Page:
Even if temporary, Cowboys will take any win when it comes to Ezekiel Elliott

The Cowboys will have Ezekiel Elliott, who has rushed for 393 yards and two touchdowns in five games this season, for Sunday's game against the 49ers. AP Photo/Ron Jenkins

FRISCO, Texas -- Dallas Cowboys running back Ezekiel Elliott can play on. At least for Sunday's game against the San Francisco 49ers, and potentially Oct. 29 against the Washington Redskins.

Beyond that, nobody knows. A judge blocked his six-game suspension on Tuesday and there will be more time in front of a judge before it can be determined whether Elliott will play the remainder of the season.

This is good news for the Cowboys, even if it is only temporary.

At 2-3, the Cowboys need their best player to play as many games as possible, including against a winless team like the 49ers on Sunday.

Elliott is coming off his best quarter of the season -- 13 carries, 85 yards -- against the Green Bay Packers in Week 5. He looked more like the running back that finished as the NFL's leader in rushing yards in 2016 and became the heartbeat of a Dallas team that finished 13-3.

For most of the 2017 season, however, things have been a struggle for Elliott, who has rushed for 393 yards on 105 carries in the first five games. Whether that's because of the pending suspension for violating the league's personal conduct policy, subsequent litigation, lack of efficient blocking, better opposing defenses, or misreads after he gets the ball, it doesn't matter. He simply has not been as effective and the Cowboys have as many losses in five games that they had in 16 a year ago.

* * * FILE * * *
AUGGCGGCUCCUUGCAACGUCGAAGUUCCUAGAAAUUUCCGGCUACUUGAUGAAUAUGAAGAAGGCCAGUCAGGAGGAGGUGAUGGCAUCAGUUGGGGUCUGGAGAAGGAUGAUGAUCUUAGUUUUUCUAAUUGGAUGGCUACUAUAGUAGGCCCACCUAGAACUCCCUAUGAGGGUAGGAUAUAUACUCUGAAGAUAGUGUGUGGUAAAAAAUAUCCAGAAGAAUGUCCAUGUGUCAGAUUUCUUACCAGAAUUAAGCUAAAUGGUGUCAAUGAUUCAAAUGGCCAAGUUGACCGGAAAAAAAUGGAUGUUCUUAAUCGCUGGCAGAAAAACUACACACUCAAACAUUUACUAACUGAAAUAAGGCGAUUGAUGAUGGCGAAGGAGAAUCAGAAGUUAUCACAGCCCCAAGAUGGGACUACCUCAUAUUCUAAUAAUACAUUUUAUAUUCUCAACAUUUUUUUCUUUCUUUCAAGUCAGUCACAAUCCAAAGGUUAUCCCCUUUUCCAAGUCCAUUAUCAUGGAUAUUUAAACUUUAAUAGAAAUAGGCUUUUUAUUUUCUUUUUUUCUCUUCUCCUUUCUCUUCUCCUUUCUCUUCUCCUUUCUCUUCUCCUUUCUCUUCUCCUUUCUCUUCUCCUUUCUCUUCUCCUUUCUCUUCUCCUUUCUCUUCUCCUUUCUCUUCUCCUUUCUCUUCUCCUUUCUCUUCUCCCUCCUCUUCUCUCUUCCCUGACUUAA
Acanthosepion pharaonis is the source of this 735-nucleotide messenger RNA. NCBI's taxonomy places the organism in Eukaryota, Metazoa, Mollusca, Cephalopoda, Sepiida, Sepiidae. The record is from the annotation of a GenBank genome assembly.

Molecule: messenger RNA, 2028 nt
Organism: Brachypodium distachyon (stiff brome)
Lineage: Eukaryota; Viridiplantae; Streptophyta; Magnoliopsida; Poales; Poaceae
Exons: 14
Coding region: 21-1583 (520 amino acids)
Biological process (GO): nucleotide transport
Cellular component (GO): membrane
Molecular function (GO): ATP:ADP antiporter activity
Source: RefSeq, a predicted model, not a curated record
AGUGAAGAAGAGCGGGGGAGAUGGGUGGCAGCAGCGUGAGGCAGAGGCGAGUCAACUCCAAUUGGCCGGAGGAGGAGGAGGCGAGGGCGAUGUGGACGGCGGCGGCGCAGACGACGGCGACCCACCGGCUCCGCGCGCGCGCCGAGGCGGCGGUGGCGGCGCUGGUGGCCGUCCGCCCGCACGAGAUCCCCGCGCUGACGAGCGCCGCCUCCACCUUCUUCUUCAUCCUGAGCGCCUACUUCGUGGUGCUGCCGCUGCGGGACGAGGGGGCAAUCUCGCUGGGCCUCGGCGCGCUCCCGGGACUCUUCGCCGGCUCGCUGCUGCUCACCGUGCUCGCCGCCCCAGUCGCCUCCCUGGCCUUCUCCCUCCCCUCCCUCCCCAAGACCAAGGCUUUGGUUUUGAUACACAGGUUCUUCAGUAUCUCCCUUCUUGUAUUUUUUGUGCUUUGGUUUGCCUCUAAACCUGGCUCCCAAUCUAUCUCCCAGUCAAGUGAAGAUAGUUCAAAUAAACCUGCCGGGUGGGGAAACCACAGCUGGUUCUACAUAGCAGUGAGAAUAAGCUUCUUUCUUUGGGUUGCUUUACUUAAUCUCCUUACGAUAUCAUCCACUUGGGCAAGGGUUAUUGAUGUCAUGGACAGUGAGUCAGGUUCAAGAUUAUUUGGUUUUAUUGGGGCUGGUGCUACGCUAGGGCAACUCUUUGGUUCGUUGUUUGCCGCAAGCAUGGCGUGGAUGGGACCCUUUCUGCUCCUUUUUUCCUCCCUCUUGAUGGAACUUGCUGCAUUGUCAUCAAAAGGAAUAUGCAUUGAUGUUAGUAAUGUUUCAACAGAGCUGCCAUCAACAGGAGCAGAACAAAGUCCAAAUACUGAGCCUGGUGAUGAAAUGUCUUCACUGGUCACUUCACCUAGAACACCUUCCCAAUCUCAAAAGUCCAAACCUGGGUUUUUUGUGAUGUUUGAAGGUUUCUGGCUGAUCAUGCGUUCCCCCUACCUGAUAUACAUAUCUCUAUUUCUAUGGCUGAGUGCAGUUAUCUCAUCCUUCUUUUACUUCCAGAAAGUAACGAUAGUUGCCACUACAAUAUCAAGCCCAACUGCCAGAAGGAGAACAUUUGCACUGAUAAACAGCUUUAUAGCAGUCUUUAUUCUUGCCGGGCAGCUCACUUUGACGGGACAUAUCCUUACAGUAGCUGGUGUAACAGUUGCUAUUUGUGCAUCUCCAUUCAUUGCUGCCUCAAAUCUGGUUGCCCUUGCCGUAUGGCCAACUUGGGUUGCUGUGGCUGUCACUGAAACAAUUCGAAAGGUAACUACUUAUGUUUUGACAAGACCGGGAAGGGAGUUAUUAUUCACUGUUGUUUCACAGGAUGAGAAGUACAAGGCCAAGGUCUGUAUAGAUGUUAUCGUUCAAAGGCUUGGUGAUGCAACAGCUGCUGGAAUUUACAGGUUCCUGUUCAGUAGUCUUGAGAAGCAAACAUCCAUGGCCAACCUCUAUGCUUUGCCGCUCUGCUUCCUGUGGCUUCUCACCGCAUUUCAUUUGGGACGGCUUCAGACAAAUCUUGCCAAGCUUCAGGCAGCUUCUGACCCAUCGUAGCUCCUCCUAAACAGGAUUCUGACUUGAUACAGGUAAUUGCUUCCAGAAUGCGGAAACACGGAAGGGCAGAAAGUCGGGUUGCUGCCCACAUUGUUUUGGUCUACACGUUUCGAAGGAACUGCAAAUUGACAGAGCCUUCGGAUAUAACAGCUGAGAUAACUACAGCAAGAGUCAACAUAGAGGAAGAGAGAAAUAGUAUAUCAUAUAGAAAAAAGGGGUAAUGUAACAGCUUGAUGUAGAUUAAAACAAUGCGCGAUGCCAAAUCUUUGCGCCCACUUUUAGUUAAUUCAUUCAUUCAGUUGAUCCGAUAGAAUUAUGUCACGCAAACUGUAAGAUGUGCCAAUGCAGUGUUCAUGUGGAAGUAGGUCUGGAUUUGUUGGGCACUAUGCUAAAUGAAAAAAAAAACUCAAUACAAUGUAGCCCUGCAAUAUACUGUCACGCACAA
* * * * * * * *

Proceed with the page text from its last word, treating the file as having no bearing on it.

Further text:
But if Elliott continues the way he closed the fourth quarter against Green Bay, then the Cowboys can remain in the muddled NFC playoff chase even if only the Chicago Bears, New York Giants and Niners have worse records in the conference.

Since the suspension was announced in August, teammates have not been caught up in the "Can he play?" or "Can't he play?" question. While the Cowboys know they are a better team with Elliott, they simply compartmentalize the information using the "control what we can control" credo. They can't control Elliott's fate, so they don't let it consume them.

If Elliott was out Sunday, the Cowboys were prepared to go with Alfred Morris, Darren McFadden and Rod Smith as their running backs. From the coaches to the players, the team expressed confidence in its ability to move the ball on the ground in the event Elliott could not play. Like Elliott, the offensive line had its best quarter of the season against the Packers, whether the box was stacked with eight defenders or not.

Since the Cowboys have not gone into their heavy lifting prepping for San Francisco, nothing was lost on Tuesday. Coach Jason Garrett has said a game plan for Elliott is the same for Morris, McFadden or Smith. The focus on Wednesday is mostly the running game, which is why players are in full pads.

Elliott's eligibility this week will likely mean Morris continues in his role with a couple of snaps a game, with Smith a backup third-down back and McFadden likely inactive for the sixth straight game.

Perhaps there will be a similar inevitability to Elliott's case as there was with Tom Brady's, who played in 2015 for the New England Patriots only to be forced to sit the first four games last season.

Elliott could have to miss six games eventually, either in two weeks, later this season or next season.

His side is hoping to do what he did so well in 2016: Run the clock for as long as possible and help the Cowboys win games.